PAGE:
Uninverted, Not Inverted, Yield Curves Are the Bear Market Warning
Last summer, it was all anyone seemed to talk about. The inverted yield curve. Now, that story seems almost forgotten.
In August 2019, Fidelity published a helpful explainer:
“With yields on 10-year US Treasury notes having fallen below yields on 2-year notes for the first time since 2007, the phrase “inverted yield curve” has found its way back into the media and back into investors’ conversations.
It’s unusual for yields on fixed income securities that mature in the relatively near future to be higher than on those that mature at a more distant point in time, but it’s not the first time this year it’s happened. Yields on 3-month Treasury securities moved higher than those on 10-year notes earlier in 2019.
Conventional wisdom says that when the curve inverts, a recession is drawing near. But history shows that an inverted yield curve forecasts recession much in the same way that autumn forecasts winter: While one eventually follows the other, nothing indicates precisely when it will happen—or what to do about it. What an inverted yield curve does tell investors is that they should be cautious.” 
Fidelity’s article appeared at about the time interest in the term peaked according to Google. 
Source: Google Trends
The term was also popular among investors in December 2018 and March 2019, previous instances when various yield curves inverted.
The yield curve is no longer inverted and interest in the concept has declined.
Source: Federal Reserve 
Global Financial Data, a firm that specializes in providing Financial and Economic Data that extends from the 1000s to the present notes
“…each of the recessions since 1950 were preceded by periods when the yield on the 2-year note exceeded the yield on the 10-year bond. There was one case where no recession followed, in 1965 and 1966, but with that one exception, every dip into a negative yield spread in the past was followed by a recession within a year.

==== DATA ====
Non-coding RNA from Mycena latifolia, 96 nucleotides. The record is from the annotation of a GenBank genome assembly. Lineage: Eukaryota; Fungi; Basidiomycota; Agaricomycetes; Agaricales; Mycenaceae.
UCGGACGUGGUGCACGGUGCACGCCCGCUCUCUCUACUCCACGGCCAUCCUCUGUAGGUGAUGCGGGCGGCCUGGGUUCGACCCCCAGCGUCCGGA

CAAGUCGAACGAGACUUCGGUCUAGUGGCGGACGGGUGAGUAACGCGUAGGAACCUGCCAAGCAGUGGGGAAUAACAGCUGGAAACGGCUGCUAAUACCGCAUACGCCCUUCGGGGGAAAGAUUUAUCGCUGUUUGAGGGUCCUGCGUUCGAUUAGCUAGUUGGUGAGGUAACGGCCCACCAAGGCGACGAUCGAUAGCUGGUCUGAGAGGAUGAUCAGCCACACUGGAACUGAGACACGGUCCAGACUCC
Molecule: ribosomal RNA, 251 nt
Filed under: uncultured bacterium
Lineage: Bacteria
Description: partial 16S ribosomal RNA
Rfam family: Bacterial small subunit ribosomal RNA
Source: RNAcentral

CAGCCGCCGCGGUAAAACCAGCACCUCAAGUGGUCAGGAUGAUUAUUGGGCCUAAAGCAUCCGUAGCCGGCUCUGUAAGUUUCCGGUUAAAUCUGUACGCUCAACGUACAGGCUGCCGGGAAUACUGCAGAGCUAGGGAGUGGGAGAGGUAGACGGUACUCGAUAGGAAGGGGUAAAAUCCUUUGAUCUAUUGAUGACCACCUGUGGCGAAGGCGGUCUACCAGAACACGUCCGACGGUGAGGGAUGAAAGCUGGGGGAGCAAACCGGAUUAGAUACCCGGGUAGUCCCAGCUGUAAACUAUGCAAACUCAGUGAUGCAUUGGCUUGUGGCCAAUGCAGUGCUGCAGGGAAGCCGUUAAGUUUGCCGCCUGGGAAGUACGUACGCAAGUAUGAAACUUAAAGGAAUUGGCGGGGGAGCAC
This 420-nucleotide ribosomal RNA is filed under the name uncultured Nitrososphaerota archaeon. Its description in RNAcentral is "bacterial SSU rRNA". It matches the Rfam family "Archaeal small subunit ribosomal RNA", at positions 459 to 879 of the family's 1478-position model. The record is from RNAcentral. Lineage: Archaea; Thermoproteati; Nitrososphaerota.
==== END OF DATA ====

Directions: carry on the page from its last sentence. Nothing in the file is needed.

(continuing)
During the 1930s and 1940s, short-term interest rates were kept artificially low because of the Great Depression in the 1930s and World War II in the 1940s. If you go back to the 1920s, however, you can see that both the 1920-1921 recession and the 1929-1932 Depression were preceded by yield-curve inversions.
Moreover, seven of the nine bear markets since 1950 were preceded by a yield inversion. The 1962 Steel Crisis and the 1987 Stock Market Crash were not preceded by a yield inversion, and no bear market followed the 1969 inversion.
Given the evidence, the yield inversion between the 2-year note and 10-year bond is not a perfect indicator of future recessions and bear markets. However, over 80% of the time it does prove to be an accurate indicator.” 
GFD also notes, “the recession didn’t begin until the yield curve became positive again.”
This is yet another indicator warning of potential economic weakness in 2020. It could be wrong. After all, the inverted yield curve has only correctly forecast recessions over 80% of the time. It’s only accurately forecast 78% of the bear markets since 1950.
It could be important to watch for a bear market in the coming twelve months.
Editor, Peak Velocity Trader
Sources: Fidelity – Are bonds signaling recession? : Google Trends – Inverted Yield Curve : Federal Reserve – 10-year Minus 2-year Treasury Yield Curve : Global Financial Data – The Inverted Yield Curve in Historical Perspective
After spending nearly 20 years developing pattern recognition software for the United States Air Force, I retired from my military career in 2005. My plan was to utilize the same pattern recognition principals I used in the military and apply them to the largest and most lucrative market in the world: the stock market.